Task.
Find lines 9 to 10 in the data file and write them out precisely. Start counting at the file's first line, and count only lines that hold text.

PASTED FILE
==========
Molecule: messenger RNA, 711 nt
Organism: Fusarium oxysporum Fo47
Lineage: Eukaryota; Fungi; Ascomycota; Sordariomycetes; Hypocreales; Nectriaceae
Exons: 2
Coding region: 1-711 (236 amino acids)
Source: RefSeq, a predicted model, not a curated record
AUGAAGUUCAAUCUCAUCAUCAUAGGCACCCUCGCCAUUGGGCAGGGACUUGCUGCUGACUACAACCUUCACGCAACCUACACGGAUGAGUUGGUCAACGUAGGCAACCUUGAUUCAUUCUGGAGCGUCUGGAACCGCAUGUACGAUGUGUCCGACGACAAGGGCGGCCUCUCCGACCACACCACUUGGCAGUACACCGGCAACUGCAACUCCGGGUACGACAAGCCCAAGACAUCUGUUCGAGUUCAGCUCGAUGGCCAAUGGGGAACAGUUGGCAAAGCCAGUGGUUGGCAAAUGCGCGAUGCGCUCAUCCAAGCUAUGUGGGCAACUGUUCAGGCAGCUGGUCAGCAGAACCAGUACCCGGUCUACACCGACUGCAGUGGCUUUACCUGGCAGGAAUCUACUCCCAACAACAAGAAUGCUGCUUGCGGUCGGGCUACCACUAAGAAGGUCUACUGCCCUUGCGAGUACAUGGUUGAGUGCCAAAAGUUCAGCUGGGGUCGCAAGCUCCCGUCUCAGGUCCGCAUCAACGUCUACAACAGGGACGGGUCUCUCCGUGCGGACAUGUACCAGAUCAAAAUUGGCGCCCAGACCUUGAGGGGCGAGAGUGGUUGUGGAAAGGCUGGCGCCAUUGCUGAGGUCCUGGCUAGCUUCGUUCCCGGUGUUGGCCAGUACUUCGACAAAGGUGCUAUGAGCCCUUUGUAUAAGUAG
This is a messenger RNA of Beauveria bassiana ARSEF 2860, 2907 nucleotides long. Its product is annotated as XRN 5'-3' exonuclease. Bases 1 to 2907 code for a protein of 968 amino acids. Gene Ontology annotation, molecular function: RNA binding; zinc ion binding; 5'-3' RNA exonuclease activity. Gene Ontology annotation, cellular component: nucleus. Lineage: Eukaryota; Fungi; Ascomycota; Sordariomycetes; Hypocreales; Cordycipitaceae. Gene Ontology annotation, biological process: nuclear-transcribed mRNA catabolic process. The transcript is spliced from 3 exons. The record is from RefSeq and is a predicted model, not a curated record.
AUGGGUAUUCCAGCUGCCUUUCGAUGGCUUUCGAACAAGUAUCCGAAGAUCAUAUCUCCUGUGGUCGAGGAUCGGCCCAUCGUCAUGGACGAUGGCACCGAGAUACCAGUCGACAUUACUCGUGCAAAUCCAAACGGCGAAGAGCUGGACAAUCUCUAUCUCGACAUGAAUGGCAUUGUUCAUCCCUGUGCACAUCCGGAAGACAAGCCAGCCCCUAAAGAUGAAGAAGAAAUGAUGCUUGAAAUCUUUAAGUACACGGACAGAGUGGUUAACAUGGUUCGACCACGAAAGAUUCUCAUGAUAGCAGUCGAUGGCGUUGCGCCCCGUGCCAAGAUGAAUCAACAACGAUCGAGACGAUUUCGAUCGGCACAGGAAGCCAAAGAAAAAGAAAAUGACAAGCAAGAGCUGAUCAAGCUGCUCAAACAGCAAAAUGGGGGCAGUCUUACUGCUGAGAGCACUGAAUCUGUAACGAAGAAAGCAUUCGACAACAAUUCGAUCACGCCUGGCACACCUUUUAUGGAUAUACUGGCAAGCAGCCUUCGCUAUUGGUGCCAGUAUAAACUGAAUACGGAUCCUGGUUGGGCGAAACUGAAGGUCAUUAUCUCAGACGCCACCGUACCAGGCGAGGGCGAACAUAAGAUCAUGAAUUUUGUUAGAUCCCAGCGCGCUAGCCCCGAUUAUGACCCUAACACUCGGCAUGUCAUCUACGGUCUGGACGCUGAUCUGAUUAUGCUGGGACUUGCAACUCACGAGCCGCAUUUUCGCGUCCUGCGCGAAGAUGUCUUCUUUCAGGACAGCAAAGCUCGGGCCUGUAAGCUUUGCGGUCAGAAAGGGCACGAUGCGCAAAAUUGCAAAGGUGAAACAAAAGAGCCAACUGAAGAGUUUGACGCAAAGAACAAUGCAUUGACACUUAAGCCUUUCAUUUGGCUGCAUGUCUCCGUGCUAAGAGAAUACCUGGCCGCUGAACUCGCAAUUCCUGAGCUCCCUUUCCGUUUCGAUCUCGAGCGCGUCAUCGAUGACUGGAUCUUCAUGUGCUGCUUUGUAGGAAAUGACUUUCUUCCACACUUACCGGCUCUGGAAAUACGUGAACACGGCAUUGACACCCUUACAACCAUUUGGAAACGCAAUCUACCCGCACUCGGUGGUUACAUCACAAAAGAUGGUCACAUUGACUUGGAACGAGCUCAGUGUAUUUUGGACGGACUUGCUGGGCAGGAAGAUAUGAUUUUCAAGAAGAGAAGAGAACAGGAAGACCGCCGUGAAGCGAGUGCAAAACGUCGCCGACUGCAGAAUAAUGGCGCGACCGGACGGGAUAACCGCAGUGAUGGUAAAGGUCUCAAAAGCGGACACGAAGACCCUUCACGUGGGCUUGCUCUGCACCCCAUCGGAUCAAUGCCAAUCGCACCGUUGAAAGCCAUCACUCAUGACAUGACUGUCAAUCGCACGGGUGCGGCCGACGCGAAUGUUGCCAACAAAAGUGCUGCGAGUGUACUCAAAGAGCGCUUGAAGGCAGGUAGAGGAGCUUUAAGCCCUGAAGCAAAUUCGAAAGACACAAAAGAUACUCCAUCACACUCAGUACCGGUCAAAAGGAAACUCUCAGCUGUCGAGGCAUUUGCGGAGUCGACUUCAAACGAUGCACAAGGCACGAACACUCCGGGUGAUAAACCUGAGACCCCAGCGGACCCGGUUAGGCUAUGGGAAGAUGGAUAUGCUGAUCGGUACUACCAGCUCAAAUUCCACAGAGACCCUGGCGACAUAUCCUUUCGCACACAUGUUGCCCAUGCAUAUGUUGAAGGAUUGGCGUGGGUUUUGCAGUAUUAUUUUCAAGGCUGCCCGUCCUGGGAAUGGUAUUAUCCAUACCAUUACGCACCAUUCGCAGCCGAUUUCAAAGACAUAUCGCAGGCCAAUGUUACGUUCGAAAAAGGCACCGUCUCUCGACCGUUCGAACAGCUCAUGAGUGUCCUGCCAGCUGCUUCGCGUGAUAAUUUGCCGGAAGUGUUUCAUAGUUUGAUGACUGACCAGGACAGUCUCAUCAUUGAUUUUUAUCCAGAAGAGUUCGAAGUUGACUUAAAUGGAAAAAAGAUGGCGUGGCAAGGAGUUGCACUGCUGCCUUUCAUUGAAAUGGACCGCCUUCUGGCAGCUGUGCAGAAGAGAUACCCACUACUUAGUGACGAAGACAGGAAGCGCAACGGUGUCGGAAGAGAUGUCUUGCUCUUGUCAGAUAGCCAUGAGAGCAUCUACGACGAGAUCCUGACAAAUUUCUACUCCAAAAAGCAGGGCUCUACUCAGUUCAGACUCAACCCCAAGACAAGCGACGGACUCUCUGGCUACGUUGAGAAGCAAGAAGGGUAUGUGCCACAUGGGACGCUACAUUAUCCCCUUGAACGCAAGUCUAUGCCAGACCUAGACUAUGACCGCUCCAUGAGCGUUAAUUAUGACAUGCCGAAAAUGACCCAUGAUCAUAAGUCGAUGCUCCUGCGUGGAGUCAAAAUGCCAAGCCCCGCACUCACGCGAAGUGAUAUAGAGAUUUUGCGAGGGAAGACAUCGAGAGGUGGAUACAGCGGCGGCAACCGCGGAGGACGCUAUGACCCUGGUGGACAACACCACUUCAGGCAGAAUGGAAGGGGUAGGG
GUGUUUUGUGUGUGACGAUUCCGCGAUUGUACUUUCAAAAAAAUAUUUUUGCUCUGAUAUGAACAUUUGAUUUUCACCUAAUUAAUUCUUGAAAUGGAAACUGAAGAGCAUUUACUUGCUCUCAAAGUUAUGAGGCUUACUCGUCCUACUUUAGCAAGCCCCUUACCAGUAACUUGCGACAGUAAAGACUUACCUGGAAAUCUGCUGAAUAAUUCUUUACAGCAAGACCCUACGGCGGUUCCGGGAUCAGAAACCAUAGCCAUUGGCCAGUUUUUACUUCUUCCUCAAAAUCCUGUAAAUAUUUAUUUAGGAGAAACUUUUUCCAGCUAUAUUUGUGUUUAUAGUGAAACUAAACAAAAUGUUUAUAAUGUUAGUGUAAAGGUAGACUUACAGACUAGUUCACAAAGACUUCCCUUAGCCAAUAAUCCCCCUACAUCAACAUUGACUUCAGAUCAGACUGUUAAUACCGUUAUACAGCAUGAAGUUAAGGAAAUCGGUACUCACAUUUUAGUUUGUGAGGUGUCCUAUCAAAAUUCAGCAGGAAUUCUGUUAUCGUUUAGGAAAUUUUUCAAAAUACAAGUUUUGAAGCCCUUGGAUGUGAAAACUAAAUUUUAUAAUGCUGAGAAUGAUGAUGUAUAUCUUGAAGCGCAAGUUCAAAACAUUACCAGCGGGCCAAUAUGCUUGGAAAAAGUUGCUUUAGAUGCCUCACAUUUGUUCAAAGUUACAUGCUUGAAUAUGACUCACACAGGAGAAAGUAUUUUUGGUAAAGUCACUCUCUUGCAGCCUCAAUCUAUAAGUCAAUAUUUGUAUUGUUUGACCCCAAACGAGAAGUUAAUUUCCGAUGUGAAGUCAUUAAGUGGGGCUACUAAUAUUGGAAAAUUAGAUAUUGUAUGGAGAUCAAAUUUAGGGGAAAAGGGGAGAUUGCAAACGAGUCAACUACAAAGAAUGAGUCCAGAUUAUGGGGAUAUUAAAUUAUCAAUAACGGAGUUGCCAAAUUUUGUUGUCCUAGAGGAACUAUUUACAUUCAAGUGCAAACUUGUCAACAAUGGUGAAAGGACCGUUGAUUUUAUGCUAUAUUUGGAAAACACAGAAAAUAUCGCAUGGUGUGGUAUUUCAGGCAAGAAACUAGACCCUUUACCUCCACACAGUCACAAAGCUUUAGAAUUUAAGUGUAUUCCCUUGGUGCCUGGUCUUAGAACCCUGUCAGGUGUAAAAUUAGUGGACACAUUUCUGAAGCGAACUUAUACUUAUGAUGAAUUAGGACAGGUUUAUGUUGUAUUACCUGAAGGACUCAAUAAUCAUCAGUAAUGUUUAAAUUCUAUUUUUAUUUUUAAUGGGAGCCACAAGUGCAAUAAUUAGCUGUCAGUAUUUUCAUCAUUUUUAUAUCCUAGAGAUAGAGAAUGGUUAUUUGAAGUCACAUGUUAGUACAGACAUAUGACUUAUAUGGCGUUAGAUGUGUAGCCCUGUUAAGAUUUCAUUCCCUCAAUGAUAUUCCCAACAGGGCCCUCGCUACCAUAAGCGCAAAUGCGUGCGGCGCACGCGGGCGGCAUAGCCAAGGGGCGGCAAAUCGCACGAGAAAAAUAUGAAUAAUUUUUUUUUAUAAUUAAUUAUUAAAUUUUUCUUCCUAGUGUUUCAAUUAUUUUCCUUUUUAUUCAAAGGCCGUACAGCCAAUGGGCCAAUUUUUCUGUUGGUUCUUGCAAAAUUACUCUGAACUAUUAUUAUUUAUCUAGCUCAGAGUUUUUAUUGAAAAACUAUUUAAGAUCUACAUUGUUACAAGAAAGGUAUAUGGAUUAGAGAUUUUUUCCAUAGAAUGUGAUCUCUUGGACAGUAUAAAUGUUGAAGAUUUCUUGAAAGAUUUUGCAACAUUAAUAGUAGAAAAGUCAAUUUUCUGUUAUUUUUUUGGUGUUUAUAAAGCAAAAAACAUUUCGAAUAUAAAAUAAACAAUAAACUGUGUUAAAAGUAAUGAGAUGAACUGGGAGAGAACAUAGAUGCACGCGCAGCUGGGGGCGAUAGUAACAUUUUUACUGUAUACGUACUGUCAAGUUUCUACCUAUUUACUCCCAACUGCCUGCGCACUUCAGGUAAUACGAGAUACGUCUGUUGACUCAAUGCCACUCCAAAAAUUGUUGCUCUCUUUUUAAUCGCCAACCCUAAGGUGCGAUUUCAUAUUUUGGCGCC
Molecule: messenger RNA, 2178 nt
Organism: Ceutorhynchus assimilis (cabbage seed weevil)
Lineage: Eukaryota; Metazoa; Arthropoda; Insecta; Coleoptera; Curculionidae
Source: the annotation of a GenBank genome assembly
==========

AUGGGUAUUCCAGCUGCCUUUCGAUGGCUUUCGAACAAGUAUCCGAAGAUCAUAUCUCCUGUGGUCGAGGAUCGGCCCAUCGUCAUGGACGAUGGCACCGAGAUACCAGUCGACAUUACUCGUGCAAAUCCAAACGGCGAAGAGCUGGACAAUCUCUAUCUCGACAUGAAUGGCAUUGUUCAUCCCUGUGCACAUCCGGAAGACAAGCCAGCCCCUAAAGAUGAAGAAGAAAUGAUGCUUGAAAUCUUUAAGUACACGGACAGAGUGGUUAACAUGGUUCGACCACGAAAGAUUCUCAUGAUAGCAGUCGAUGGCGUUGCGCCCCGUGCCAAGAUGAAUCAACAACGAUCGAGACGAUUUCGAUCGGCACAGGAAGCCAAAGAAAAAGAAAAUGACAAGCAAGAGCUGAUCAAGCUGCUCAAACAGCAAAAUGGGGGCAGUCUUACUGCUGAGAGCACUGAAUCUGUAACGAAGAAAGCAUUCGACAACAAUUCGAUCACGCCUGGCACACCUUUUAUGGAUAUACUGGCAAGCAGCCUUCGCUAUUGGUGCCAGUAUAAACUGAAUACGGAUCCUGGUUGGGCGAAACUGAAGGUCAUUAUCUCAGACGCCACCGUACCAGGCGAGGGCGAACAUAAGAUCAUGAAUUUUGUUAGAUCCCAGCGCGCUAGCCCCGAUUAUGACCCUAACACUCGGCAUGUCAUCUACGGUCUGGACGCUGAUCUGAUUAUGCUGGGACUUGCAACUCACGAGCCGCAUUUUCGCGUCCUGCGCGAAGAUGUCUUCUUUCAGGACAGCAAAGCUCGGGCCUGUAAGCUUUGCGGUCAGAAAGGGCACGAUGCGCAAAAUUGCAAAGGUGAAACAAAAGAGCCAACUGAAGAGUUUGACGCAAAGAACAAUGCAUUGACACUUAAGCCUUUCAUUUGGCUGCAUGUCUCCGUGCUAAGAGAAUACCUGGCCGCUGAACUCGCAAUUCCUGAGCUCCCUUUCCGUUUCGAUCUCGAGCGCGUCAUCGAUGACUGGAUCUUCAUGUGCUGCUUUGUAGGAAAUGACUUUCUUCCACACUUACCGGCUCUGGAAAUACGUGAACACGGCAUUGACACCCUUACAACCAUUUGGAAACGCAAUCUACCCGCACUCGGUGGUUACAUCACAAAAGAUGGUCACAUUGACUUGGAACGAGCUCAGUGUAUUUUGGACGGACUUGCUGGGCAGGAAGAUAUGAUUUUCAAGAAGAGAAGAGAACAGGAAGACCGCCGUGAAGCGAGUGCAAAACGUCGCCGACUGCAGAAUAAUGGCGCGACCGGACGGGAUAACCGCAGUGAUGGUAAAGGUCUCAAAAGCGGACACGAAGACCCUUCACGUGGGCUUGCUCUGCACCCCAUCGGAUCAAUGCCAAUCGCACCGUUGAAAGCCAUCACUCAUGACAUGACUGUCAAUCGCACGGGUGCGGCCGACGCGAAUGUUGCCAACAAAAGUGCUGCGAGUGUACUCAAAGAGCGCUUGAAGGCAGGUAGAGGAGCUUUAAGCCCUGAAGCAAAUUCGAAAGACACAAAAGAUACUCCAUCACACUCAGUACCGGUCAAAAGGAAACUCUCAGCUGUCGAGGCAUUUGCGGAGUCGACUUCAAACGAUGCACAAGGCACGAACACUCCGGGUGAUAAACCUGAGACCCCAGCGGACCCGGUUAGGCUAUGGGAAGAUGGAUAUGCUGAUCGGUACUACCAGCUCAAAUUCCACAGAGACCCUGGCGACAUAUCCUUUCGCACACAUGUUGCCCAUGCAUAUGUUGAAGGAUUGGCGUGGGUUUUGCAGUAUUAUUUUCAAGGCUGCCCGUCCUGGGAAUGGUAUUAUCCAUACCAUUACGCACCAUUCGCAGCCGAUUUCAAAGACAUAUCGCAGGCCAAUGUUACGUUCGAAAAAGGCACCGUCUCUCGACCGUUCGAACAGCUCAUGAGUGUCCUGCCAGCUGCUUCGCGUGAUAAUUUGCCGGAAGUGUUUCAUAGUUUGAUGACUGACCAGGACAGUCUCAUCAUUGAUUUUUAUCCAGAAGAGUUCGAAGUUGACUUAAAUGGAAAAAAGAUGGCGUGGCAAGGAGUUGCACUGCUGCCUUUCAUUGAAAUGGACCGCCUUCUGGCAGCUGUGCAGAAGAGAUACCCACUACUUAGUGACGAAGACAGGAAGCGCAACGGUGUCGGAAGAGAUGUCUUGCUCUUGUCAGAUAGCCAUGAGAGCAUCUACGACGAGAUCCUGACAAAUUUCUACUCCAAAAAGCAGGGCUCUACUCAGUUCAGACUCAACCCCAAGACAAGCGACGGACUCUCUGGCUACGUUGAGAAGCAAGAAGGGUAUGUGCCACAUGGGACGCUACAUUAUCCCCUUGAACGCAAGUCUAUGCCAGACCUAGACUAUGACCGCUCCAUGAGCGUUAAUUAUGACAUGCCGAAAAUGACCCAUGAUCAUAAGUCGAUGCUCCUGCGUGGAGUCAAAAUGCCAAGCCCCGCACUCACGCGAAGUGAUAUAGAGAUUUUGCGAGGGAAGACAUCGAGAGGUGGAUACAGCGGCGGCAACCGCGGAGGACGCUAUGACCCUGGUGGACAACACCACUUCAGGCAGAAUGGAAGGGGUAGGG
GUGUUUUGUGUGUGACGAUUCCGCGAUUGUACUUUCAAAAAAAUAUUUUUGCUCUGAUAUGAACAUUUGAUUUUCACCUAAUUAAUUCUUGAAAUGGAAACUGAAGAGCAUUUACUUGCUCUCAAAGUUAUGAGGCUUACUCGUCCUACUUUAGCAAGCCCCUUACCAGUAACUUGCGACAGUAAAGACUUACCUGGAAAUCUGCUGAAUAAUUCUUUACAGCAAGACCCUACGGCGGUUCCGGGAUCAGAAACCAUAGCCAUUGGCCAGUUUUUACUUCUUCCUCAAAAUCCUGUAAAUAUUUAUUUAGGAGAAACUUUUUCCAGCUAUAUUUGUGUUUAUAGUGAAACUAAACAAAAUGUUUAUAAUGUUAGUGUAAAGGUAGACUUACAGACUAGUUCACAAAGACUUCCCUUAGCCAAUAAUCCCCCUACAUCAACAUUGACUUCAGAUCAGACUGUUAAUACCGUUAUACAGCAUGAAGUUAAGGAAAUCGGUACUCACAUUUUAGUUUGUGAGGUGUCCUAUCAAAAUUCAGCAGGAAUUCUGUUAUCGUUUAGGAAAUUUUUCAAAAUACAAGUUUUGAAGCCCUUGGAUGUGAAAACUAAAUUUUAUAAUGCUGAGAAUGAUGAUGUAUAUCUUGAAGCGCAAGUUCAAAACAUUACCAGCGGGCCAAUAUGCUUGGAAAAAGUUGCUUUAGAUGCCUCACAUUUGUUCAAAGUUACAUGCUUGAAUAUGACUCACACAGGAGAAAGUAUUUUUGGUAAAGUCACUCUCUUGCAGCCUCAAUCUAUAAGUCAAUAUUUGUAUUGUUUGACCCCAAACGAGAAGUUAAUUUCCGAUGUGAAGUCAUUAAGUGGGGCUACUAAUAUUGGAAAAUUAGAUAUUGUAUGGAGAUCAAAUUUAGGGGAAAAGGGGAGAUUGCAAACGAGUCAACUACAAAGAAUGAGUCCAGAUUAUGGGGAUAUUAAAUUAUCAAUAACGGAGUUGCCAAAUUUUGUUGUCCUAGAGGAACUAUUUACAUUCAAGUGCAAACUUGUCAACAAUGGUGAAAGGACCGUUGAUUUUAUGCUAUAUUUGGAAAACACAGAAAAUAUCGCAUGGUGUGGUAUUUCAGGCAAGAAACUAGACCCUUUACCUCCACACAGUCACAAAGCUUUAGAAUUUAAGUGUAUUCCCUUGGUGCCUGGUCUUAGAACCCUGUCAGGUGUAAAAUUAGUGGACACAUUUCUGAAGCGAACUUAUACUUAUGAUGAAUUAGGACAGGUUUAUGUUGUAUUACCUGAAGGACUCAAUAAUCAUCAGUAAUGUUUAAAUUCUAUUUUUAUUUUUAAUGGGAGCCACAAGUGCAAUAAUUAGCUGUCAGUAUUUUCAUCAUUUUUAUAUCCUAGAGAUAGAGAAUGGUUAUUUGAAGUCACAUGUUAGUACAGACAUAUGACUUAUAUGGCGUUAGAUGUGUAGCCCUGUUAAGAUUUCAUUCCCUCAAUGAUAUUCCCAACAGGGCCCUCGCUACCAUAAGCGCAAAUGCGUGCGGCGCACGCGGGCGGCAUAGCCAAGGGGCGGCAAAUCGCACGAGAAAAAUAUGAAUAAUUUUUUUUUAUAAUUAAUUAUUAAAUUUUUCUUCCUAGUGUUUCAAUUAUUUUCCUUUUUAUUCAAAGGCCGUACAGCCAAUGGGCCAAUUUUUCUGUUGGUUCUUGCAAAAUUACUCUGAACUAUUAUUAUUUAUCUAGCUCAGAGUUUUUAUUGAAAAACUAUUUAAGAUCUACAUUGUUACAAGAAAGGUAUAUGGAUUAGAGAUUUUUUCCAUAGAAUGUGAUCUCUUGGACAGUAUAAAUGUUGAAGAUUUCUUGAAAGAUUUUGCAACAUUAAUAGUAGAAAAGUCAAUUUUCUGUUAUUUUUUUGGUGUUUAUAAAGCAAAAAACAUUUCGAAUAUAAAAUAAACAAUAAACUGUGUUAAAAGUAAUGAGAUGAACUGGGAGAGAACAUAGAUGCACGCGCAGCUGGGGGCGAUAGUAACAUUUUUACUGUAUACGUACUGUCAAGUUUCUACCUAUUUACUCCCAACUGCCUGCGCACUUCAGGUAAUACGAGAUACGUCUGUUGACUCAAUGCCACUCCAAAAAUUGUUGCUCUCUUUUUAAUCGCCAACCCUAAGGUGCGAUUUCAUAUUUUGGCGCC